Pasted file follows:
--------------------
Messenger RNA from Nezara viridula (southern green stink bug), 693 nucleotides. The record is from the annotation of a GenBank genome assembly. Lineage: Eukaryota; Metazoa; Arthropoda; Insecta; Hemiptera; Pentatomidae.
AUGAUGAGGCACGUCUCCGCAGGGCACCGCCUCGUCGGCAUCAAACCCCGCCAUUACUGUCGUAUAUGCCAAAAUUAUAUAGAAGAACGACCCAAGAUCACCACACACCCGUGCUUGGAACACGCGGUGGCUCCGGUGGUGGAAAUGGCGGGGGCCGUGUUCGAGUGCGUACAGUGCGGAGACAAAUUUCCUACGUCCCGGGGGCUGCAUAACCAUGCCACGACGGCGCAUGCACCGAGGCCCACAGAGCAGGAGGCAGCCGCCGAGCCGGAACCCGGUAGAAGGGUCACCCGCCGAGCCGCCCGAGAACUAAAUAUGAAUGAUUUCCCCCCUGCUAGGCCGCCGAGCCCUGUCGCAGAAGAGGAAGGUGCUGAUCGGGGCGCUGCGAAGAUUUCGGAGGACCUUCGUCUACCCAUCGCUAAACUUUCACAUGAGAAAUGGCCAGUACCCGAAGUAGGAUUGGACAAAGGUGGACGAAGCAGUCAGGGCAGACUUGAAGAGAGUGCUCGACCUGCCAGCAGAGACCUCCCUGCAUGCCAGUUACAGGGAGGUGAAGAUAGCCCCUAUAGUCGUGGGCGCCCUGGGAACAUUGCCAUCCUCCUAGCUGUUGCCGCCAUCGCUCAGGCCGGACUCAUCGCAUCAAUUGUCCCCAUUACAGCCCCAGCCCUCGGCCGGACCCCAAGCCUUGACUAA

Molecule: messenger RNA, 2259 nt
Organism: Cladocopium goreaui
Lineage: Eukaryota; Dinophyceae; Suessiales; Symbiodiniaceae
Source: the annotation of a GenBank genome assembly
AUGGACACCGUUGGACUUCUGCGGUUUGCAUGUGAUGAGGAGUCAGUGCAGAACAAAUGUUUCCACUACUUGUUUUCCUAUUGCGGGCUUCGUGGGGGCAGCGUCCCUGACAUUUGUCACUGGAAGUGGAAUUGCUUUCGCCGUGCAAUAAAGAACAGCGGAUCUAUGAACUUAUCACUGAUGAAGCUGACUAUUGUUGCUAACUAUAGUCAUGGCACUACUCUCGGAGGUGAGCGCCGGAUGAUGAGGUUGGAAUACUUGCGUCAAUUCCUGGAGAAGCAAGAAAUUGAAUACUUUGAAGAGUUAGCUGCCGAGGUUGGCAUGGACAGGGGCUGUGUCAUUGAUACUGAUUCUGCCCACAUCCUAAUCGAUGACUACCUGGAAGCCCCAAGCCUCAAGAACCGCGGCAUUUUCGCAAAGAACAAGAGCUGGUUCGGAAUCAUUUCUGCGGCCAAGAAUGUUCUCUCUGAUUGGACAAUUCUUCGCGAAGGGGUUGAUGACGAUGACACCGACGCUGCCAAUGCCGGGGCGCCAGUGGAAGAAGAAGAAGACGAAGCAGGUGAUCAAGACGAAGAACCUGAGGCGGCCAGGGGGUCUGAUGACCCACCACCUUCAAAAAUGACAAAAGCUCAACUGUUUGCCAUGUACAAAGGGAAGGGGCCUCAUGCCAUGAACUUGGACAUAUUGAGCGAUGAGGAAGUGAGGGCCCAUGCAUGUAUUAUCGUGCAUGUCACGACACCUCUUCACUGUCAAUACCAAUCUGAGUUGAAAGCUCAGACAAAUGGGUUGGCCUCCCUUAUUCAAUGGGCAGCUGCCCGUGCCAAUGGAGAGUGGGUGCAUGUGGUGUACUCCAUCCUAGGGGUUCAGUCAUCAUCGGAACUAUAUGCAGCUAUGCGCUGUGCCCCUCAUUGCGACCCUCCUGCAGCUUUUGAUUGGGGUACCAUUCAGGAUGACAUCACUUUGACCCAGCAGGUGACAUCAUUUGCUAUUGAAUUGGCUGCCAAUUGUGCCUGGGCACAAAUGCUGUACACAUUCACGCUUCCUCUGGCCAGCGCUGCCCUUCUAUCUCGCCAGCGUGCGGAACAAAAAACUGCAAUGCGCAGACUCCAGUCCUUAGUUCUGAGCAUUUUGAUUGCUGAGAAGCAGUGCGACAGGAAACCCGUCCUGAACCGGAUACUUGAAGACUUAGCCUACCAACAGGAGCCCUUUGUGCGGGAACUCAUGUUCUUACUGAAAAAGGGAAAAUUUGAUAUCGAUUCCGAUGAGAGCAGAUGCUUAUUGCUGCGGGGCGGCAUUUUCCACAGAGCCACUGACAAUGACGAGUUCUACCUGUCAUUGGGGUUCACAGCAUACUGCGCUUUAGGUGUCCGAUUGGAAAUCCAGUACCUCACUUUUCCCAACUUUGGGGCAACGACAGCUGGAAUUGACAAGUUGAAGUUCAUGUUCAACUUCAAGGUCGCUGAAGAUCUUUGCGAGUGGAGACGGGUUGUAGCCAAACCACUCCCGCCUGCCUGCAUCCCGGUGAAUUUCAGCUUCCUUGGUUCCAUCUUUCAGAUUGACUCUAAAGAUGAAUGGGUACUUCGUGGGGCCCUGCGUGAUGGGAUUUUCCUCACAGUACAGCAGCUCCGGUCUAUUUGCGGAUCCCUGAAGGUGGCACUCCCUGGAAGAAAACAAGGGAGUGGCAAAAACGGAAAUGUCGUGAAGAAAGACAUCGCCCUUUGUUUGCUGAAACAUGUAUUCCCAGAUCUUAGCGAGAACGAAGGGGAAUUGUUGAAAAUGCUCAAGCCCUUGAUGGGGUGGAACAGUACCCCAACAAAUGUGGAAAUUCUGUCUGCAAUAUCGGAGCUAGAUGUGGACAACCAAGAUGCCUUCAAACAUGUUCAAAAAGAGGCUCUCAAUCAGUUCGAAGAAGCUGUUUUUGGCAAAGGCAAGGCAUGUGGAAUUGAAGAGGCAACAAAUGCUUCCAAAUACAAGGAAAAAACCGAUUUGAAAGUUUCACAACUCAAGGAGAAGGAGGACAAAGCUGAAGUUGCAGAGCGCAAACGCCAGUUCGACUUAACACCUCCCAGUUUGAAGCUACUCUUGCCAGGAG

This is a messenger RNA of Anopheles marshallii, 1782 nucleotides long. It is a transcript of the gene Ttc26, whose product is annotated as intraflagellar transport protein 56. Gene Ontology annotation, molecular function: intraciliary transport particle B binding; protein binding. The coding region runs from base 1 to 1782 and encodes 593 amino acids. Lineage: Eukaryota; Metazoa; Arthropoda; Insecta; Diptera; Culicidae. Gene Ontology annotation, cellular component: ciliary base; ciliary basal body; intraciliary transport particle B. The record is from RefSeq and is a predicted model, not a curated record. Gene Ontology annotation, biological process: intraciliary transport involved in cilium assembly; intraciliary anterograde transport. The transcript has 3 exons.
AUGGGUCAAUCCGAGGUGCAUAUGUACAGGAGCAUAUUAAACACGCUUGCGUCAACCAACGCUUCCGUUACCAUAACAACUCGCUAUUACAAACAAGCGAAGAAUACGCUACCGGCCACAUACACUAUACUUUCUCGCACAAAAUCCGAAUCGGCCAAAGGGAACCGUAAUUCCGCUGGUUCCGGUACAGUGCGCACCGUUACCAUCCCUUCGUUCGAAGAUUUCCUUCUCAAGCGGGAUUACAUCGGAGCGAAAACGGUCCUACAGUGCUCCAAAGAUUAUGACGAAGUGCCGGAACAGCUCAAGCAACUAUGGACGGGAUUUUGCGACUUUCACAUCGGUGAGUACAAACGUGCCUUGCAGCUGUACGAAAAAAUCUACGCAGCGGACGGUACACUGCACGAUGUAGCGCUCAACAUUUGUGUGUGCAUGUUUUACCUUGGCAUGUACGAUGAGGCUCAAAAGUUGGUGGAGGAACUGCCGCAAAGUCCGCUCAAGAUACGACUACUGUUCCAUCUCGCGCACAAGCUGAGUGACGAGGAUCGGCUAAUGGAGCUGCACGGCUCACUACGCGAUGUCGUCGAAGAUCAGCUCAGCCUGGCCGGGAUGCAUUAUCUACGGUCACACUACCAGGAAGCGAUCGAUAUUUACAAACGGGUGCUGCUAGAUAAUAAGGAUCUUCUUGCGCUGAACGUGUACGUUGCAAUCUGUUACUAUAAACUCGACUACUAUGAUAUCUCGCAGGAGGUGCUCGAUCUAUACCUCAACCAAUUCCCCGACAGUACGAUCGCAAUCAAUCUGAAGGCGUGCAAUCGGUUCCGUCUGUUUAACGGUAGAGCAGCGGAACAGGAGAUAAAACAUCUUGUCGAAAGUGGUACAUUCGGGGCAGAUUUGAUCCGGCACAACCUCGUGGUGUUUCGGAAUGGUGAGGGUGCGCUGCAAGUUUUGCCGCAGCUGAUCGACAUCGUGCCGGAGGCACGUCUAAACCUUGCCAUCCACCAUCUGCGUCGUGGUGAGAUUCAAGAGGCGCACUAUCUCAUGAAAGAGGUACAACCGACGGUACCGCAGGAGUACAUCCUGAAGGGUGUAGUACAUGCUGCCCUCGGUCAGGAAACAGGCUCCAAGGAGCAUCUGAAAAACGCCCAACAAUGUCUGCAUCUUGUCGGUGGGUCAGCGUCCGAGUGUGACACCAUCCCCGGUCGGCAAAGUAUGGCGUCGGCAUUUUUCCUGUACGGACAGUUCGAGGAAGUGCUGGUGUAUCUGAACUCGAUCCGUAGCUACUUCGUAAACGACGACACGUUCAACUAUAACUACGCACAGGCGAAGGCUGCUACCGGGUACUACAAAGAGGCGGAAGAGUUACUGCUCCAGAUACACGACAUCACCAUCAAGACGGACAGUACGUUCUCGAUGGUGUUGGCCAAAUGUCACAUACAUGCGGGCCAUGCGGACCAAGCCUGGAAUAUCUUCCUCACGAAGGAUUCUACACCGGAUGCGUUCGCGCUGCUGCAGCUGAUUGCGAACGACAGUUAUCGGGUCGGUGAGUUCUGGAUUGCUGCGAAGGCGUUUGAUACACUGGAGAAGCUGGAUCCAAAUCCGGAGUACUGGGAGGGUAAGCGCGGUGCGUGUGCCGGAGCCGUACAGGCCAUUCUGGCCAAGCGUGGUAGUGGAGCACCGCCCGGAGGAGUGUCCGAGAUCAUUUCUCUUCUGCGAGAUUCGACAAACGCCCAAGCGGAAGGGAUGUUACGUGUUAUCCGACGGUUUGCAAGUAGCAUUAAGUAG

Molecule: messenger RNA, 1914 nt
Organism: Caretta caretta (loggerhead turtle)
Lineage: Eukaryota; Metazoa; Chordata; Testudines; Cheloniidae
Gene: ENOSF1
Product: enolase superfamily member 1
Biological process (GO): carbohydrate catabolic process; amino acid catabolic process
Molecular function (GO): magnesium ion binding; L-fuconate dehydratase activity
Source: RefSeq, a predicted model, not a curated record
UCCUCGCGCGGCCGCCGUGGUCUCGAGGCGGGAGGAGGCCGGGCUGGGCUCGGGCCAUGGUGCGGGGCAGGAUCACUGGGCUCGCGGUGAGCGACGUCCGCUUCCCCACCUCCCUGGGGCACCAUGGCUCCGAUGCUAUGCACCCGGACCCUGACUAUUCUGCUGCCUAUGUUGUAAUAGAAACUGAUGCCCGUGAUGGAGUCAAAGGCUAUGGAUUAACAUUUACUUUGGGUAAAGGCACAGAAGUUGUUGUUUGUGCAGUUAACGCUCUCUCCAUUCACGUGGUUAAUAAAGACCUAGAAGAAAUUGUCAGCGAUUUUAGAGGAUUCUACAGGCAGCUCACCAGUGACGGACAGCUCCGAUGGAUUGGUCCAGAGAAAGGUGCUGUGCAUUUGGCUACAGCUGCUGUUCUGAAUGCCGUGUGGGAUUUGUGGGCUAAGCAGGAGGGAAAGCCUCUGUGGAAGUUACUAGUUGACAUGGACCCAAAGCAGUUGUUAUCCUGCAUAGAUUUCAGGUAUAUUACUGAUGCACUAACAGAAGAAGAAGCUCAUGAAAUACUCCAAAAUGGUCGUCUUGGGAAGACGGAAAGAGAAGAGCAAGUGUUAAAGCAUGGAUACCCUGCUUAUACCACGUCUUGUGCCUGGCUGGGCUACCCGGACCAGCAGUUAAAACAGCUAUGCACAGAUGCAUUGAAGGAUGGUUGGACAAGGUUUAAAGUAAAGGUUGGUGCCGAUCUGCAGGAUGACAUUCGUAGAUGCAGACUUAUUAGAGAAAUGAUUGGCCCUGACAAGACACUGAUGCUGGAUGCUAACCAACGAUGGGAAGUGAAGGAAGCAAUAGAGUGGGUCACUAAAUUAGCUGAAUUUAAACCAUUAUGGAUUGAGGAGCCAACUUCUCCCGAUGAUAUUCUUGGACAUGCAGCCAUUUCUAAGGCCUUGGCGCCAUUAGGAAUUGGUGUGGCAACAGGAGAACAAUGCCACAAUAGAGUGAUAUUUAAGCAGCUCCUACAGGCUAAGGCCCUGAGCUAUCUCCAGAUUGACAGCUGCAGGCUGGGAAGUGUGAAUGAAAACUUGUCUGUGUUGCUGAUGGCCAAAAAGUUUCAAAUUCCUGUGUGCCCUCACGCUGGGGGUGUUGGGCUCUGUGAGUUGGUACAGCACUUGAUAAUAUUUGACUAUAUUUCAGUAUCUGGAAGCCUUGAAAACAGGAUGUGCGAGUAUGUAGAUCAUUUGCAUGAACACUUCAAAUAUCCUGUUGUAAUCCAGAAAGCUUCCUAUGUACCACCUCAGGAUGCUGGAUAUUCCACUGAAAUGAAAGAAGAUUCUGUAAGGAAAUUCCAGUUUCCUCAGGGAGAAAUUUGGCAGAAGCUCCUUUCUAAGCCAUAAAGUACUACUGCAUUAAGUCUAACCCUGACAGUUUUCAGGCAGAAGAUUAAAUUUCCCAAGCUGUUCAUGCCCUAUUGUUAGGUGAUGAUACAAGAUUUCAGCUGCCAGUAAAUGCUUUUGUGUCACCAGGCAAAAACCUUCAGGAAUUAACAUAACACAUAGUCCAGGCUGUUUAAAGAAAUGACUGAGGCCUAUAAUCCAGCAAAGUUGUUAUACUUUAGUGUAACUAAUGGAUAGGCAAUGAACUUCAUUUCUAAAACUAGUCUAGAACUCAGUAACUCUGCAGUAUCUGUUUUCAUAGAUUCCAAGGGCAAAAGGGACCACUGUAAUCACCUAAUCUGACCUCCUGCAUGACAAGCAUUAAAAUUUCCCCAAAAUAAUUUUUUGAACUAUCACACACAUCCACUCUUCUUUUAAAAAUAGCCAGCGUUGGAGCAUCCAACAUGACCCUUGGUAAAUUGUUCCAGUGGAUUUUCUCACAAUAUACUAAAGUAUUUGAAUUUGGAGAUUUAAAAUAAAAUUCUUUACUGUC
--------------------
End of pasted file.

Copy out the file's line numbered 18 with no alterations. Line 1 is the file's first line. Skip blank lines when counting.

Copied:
UCCUCGCGCGGCCGCCGUGGUCUCGAGGCGGGAGGAGGCCGGGCUGGGCUCGGGCCAUGGUGCGGGGCAGGAUCACUGGGCUCGCGGUGAGCGACGUCCGCUUCCCCACCUCCCUGGGGCACCAUGGCUCCGAUGCUAUGCACCCGGACCCUGACUAUUCUGCUGCCUAUGUUGUAAUAGAAACUGAUGCCCGUGAUGGAGUCAAAGGCUAUGGAUUAACAUUUACUUUGGGUAAAGGCACAGAAGUUGUUGUUUGUGCAGUUAACGCUCUCUCCAUUCACGUGGUUAAUAAAGACCUAGAAGAAAUUGUCAGCGAUUUUAGAGGAUUCUACAGGCAGCUCACCAGUGACGGACAGCUCCGAUGGAUUGGUCCAGAGAAAGGUGCUGUGCAUUUGGCUACAGCUGCUGUUCUGAAUGCCGUGUGGGAUUUGUGGGCUAAGCAGGAGGGAAAGCCUCUGUGGAAGUUACUAGUUGACAUGGACCCAAAGCAGUUGUUAUCCUGCAUAGAUUUCAGGUAUAUUACUGAUGCACUAACAGAAGAAGAAGCUCAUGAAAUACUCCAAAAUGGUCGUCUUGGGAAGACGGAAAGAGAAGAGCAAGUGUUAAAGCAUGGAUACCCUGCUUAUACCACGUCUUGUGCCUGGCUGGGCUACCCGGACCAGCAGUUAAAACAGCUAUGCACAGAUGCAUUGAAGGAUGGUUGGACAAGGUUUAAAGUAAAGGUUGGUGCCGAUCUGCAGGAUGACAUUCGUAGAUGCAGACUUAUUAGAGAAAUGAUUGGCCCUGACAAGACACUGAUGCUGGAUGCUAACCAACGAUGGGAAGUGAAGGAAGCAAUAGAGUGGGUCACUAAAUUAGCUGAAUUUAAACCAUUAUGGAUUGAGGAGCCAACUUCUCCCGAUGAUAUUCUUGGACAUGCAGCCAUUUCUAAGGCCUUGGCGCCAUUAGGAAUUGGUGUGGCAACAGGAGAACAAUGCCACAAUAGAGUGAUAUUUAAGCAGCUCCUACAGGCUAAGGCCCUGAGCUAUCUCCAGAUUGACAGCUGCAGGCUGGGAAGUGUGAAUGAAAACUUGUCUGUGUUGCUGAUGGCCAAAAAGUUUCAAAUUCCUGUGUGCCCUCACGCUGGGGGUGUUGGGCUCUGUGAGUUGGUACAGCACUUGAUAAUAUUUGACUAUAUUUCAGUAUCUGGAAGCCUUGAAAACAGGAUGUGCGAGUAUGUAGAUCAUUUGCAUGAACACUUCAAAUAUCCUGUUGUAAUCCAGAAAGCUUCCUAUGUACCACCUCAGGAUGCUGGAUAUUCCACUGAAAUGAAAGAAGAUUCUGUAAGGAAAUUCCAGUUUCCUCAGGGAGAAAUUUGGCAGAAGCUCCUUUCUAAGCCAUAAAGUACUACUGCAUUAAGUCUAACCCUGACAGUUUUCAGGCAGAAGAUUAAAUUUCCCAAGCUGUUCAUGCCCUAUUGUUAGGUGAUGAUACAAGAUUUCAGCUGCCAGUAAAUGCUUUUGUGUCACCAGGCAAAAACCUUCAGGAAUUAACAUAACACAUAGUCCAGGCUGUUUAAAGAAAUGACUGAGGCCUAUAAUCCAGCAAAGUUGUUAUACUUUAGUGUAACUAAUGGAUAGGCAAUGAACUUCAUUUCUAAAACUAGUCUAGAACUCAGUAACUCUGCAGUAUCUGUUUUCAUAGAUUCCAAGGGCAAAAGGGACCACUGUAAUCACCUAAUCUGACCUCCUGCAUGACAAGCAUUAAAAUUUCCCCAAAAUAAUUUUUUGAACUAUCACACACAUCCACUCUUCUUUUAAAAAUAGCCAGCGUUGGAGCAUCCAACAUGACCCUUGGUAAAUUGUUCCAGUGGAUUUUCUCACAAUAUACUAAAGUAUUUGAAUUUGGAGAUUUAAAAUAAAAUUCUUUACUGUC